In this Book

Chinese Religiosities
summary
The long twentieth century in China and Taiwan has seen both a dramatic process of state-driven secularization and modernization and a vigorous revival of contemporary religious life. Chinese Religiosities explores the often vexed relationship between the modern Chinese state and religious practice. The essays in this comprehensive, multidisciplinary collection cover a wide range of traditions, including Buddhism, Daoism, Islam, Confucianism, Protestantism, Falungong, popular religion, and redemptive societies.

Contributors: José Cabezón, Prasenjit Duara, Ryan Dunch, Dru C. Gladney, Vincent Goossaert, Ji Zhe, Ya-pei Kuo, Richard Madsen, Rebecca Nedostup, David Palmer, Benjamin Penny, Mayfair Mei-hui Yang

Table of Contents

  1. Cover
  2. pp. 1-1
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  1. Title Page, Copyright
  2. pp. 2-5
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  1. Contents, Acknowledgments
  2. pp. v-viii
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  1. Introduction
  2. pp. 1-40
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  1. Part I. Religious Approaches to Citizenship: The Traffic between Religious Orders and the Secular National Order
  2. pp. 41-42
  1. 1. Religion and Citizenship in China and the Diaspora
  2. pp. 43-64
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  1. 2. Redeploying Confucius: The Imperial State Dreams of the Nation, 1902–1911
  2. pp. 65-84
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  1. Part II. State Discourse and the Transformation of Religious Communities
  2. pp. 85-86
  1. 3. Ritual Competition and the Modernizing Nation-State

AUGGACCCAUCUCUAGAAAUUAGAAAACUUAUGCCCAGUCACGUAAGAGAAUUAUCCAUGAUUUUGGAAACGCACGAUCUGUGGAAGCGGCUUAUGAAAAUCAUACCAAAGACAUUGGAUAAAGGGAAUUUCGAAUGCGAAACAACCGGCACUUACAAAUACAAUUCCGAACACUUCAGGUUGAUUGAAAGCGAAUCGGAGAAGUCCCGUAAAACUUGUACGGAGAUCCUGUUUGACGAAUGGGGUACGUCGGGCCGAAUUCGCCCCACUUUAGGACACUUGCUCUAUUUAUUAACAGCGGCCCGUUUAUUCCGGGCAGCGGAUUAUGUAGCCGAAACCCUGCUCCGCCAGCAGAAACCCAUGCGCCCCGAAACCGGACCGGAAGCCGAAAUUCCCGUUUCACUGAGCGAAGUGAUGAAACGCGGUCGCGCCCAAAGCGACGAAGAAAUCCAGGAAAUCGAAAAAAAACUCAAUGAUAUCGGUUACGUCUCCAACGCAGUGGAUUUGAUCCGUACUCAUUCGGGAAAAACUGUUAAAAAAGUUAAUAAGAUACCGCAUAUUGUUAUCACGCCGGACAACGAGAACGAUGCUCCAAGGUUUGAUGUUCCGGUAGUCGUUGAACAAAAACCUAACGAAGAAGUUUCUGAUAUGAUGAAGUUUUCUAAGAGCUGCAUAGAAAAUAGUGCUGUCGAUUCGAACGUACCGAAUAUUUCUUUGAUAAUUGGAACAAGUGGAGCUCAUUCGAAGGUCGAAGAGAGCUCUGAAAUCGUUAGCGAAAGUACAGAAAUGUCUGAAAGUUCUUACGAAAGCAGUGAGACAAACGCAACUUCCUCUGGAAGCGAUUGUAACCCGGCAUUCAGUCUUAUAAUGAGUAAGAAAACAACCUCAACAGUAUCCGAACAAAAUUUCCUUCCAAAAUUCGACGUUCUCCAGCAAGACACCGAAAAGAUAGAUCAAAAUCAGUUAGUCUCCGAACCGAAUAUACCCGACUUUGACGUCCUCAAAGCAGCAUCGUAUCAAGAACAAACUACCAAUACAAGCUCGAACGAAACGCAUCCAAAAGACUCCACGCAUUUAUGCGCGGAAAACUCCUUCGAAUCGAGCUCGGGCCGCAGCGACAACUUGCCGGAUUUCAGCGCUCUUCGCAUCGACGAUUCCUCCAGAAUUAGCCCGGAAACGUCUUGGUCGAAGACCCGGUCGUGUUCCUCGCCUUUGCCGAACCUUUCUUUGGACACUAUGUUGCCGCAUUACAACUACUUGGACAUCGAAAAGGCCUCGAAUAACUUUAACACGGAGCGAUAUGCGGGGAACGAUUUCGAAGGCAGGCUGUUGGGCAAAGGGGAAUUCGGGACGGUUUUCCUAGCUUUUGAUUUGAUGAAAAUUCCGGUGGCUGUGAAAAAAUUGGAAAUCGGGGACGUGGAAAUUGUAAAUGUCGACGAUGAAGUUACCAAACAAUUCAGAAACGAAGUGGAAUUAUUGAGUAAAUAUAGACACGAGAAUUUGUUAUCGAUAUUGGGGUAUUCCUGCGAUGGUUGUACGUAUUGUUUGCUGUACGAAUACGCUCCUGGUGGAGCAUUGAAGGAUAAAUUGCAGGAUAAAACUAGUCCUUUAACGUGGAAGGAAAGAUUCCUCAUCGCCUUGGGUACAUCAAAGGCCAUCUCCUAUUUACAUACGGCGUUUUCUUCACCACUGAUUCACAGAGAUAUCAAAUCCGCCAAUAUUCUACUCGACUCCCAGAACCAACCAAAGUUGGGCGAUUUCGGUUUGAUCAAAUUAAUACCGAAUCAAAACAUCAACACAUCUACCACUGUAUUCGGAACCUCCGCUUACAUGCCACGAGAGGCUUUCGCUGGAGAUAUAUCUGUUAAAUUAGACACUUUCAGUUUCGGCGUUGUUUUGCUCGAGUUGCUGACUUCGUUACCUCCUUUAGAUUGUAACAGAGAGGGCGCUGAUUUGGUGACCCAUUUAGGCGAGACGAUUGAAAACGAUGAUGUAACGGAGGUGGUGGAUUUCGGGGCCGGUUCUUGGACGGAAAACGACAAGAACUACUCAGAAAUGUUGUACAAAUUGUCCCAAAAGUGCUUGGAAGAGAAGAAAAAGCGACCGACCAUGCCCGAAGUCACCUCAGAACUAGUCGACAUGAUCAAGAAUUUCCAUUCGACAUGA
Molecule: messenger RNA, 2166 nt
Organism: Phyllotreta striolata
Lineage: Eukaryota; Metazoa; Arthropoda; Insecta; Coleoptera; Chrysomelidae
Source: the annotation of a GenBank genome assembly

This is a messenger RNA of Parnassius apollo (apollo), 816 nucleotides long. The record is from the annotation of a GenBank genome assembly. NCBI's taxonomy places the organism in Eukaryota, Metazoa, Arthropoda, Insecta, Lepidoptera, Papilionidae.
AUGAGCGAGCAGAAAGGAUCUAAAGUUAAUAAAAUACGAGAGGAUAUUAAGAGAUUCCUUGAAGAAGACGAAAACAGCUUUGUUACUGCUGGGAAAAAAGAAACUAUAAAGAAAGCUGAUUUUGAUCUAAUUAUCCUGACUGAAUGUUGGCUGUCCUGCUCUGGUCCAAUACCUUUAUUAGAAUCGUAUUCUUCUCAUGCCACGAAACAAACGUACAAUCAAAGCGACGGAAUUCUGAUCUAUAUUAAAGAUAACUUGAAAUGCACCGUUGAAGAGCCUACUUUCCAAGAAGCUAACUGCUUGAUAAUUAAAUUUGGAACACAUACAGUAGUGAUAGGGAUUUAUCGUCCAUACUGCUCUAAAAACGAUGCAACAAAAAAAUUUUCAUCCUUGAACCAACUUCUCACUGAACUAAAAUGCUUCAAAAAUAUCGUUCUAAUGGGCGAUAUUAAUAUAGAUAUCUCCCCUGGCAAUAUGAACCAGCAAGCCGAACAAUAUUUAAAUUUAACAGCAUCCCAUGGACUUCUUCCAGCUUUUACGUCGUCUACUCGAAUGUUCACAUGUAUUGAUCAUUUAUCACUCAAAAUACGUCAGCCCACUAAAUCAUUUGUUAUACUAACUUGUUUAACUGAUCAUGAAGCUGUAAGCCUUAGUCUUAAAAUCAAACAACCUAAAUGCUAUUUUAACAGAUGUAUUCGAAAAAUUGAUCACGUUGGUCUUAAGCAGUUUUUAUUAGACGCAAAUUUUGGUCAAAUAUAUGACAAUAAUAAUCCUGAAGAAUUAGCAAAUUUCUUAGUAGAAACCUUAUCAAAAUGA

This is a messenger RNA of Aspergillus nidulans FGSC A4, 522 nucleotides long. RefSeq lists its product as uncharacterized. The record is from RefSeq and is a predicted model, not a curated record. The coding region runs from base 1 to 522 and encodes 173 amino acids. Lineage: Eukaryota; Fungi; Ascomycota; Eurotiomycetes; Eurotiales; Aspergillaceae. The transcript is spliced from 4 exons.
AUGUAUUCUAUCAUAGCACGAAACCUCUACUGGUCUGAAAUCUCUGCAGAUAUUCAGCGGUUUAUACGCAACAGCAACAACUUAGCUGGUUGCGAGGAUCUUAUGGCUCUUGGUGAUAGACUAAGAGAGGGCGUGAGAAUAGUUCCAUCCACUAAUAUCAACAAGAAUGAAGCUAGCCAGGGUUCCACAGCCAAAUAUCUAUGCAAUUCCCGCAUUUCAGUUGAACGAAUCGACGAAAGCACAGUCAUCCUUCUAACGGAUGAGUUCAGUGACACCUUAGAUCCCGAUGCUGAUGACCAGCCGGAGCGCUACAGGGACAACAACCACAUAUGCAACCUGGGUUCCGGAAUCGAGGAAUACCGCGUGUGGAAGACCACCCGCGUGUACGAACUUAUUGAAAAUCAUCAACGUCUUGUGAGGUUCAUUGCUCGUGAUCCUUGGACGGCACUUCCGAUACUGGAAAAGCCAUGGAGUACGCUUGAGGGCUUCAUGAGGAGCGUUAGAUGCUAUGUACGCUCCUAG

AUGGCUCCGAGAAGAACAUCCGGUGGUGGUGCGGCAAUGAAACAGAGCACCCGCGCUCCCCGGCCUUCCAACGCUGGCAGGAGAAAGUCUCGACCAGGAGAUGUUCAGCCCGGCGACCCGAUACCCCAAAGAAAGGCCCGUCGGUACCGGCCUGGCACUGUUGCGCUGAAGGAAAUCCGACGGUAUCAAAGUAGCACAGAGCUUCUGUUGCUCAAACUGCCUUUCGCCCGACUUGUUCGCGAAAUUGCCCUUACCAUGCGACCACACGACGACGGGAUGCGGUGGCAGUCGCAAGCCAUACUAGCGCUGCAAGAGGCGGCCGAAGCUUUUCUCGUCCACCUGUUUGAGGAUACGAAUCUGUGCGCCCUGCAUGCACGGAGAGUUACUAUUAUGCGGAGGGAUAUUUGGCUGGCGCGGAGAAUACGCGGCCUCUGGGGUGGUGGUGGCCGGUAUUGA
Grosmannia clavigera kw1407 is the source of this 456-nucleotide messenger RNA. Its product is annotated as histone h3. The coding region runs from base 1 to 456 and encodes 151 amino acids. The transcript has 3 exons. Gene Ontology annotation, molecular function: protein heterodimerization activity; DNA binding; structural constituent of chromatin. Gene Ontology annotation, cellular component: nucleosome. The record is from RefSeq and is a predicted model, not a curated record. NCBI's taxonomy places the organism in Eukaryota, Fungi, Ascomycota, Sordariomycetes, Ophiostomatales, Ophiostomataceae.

2. pp. 87-112
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  1. 4. Heretical Doctrines, Reactionary Secret Societies, Evil Cults: Labeling Heterodoxy in Twentieth-Century China
  2. pp. 113-134
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  1. 5. Animal Spirits, Karmic Retribution, Falungong, and the State
  2. pp. 135-154
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  1. 6. Christianity and “Adaptation to Socialism”
  2. pp. 155-178
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  1. 7. Islam and Modernity in China: Secularization or Separatism?
  2. pp. 179-206
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  1. Part III. The Reinvention and Control of Religious Institutions
  2. pp. 207-208
  1. 8. Republican Church Engineering: The National Religious Associations in 1912 China
  2. pp. 209-232
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  1. 9. Secularization as Religious Restructuring: Statist Institutionalization of Chinese Buddhism and Its Paradoxes
  2. pp. 233-260
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  1. 10. State Control of Tibetan Buddhist Monasticism in the People’s Republic of China
  2. pp. 261-292
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  1. Part IV. Taiwan and Transnational Chinese Religiosity
  2. pp. 293-294
  1. 11. Religious Renaissance and Taiwan’s Modern Middle Classes
  2. pp. 295-322
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  1. 12. Goddess across the Taiwan Strait: Matrifocal Ritual Space, Nation-State, and Satellite Television Footprints
  2. pp. 323-348
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  1. Notes
  2. pp. 349-376
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  1. Bibliography
  2. pp. 377-436
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  1. Glossary and Chinese Proper Names
  2. pp. 437-450
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  1. Contributors
  2. pp. 451-454
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  1. Index
  2. pp. 455-464
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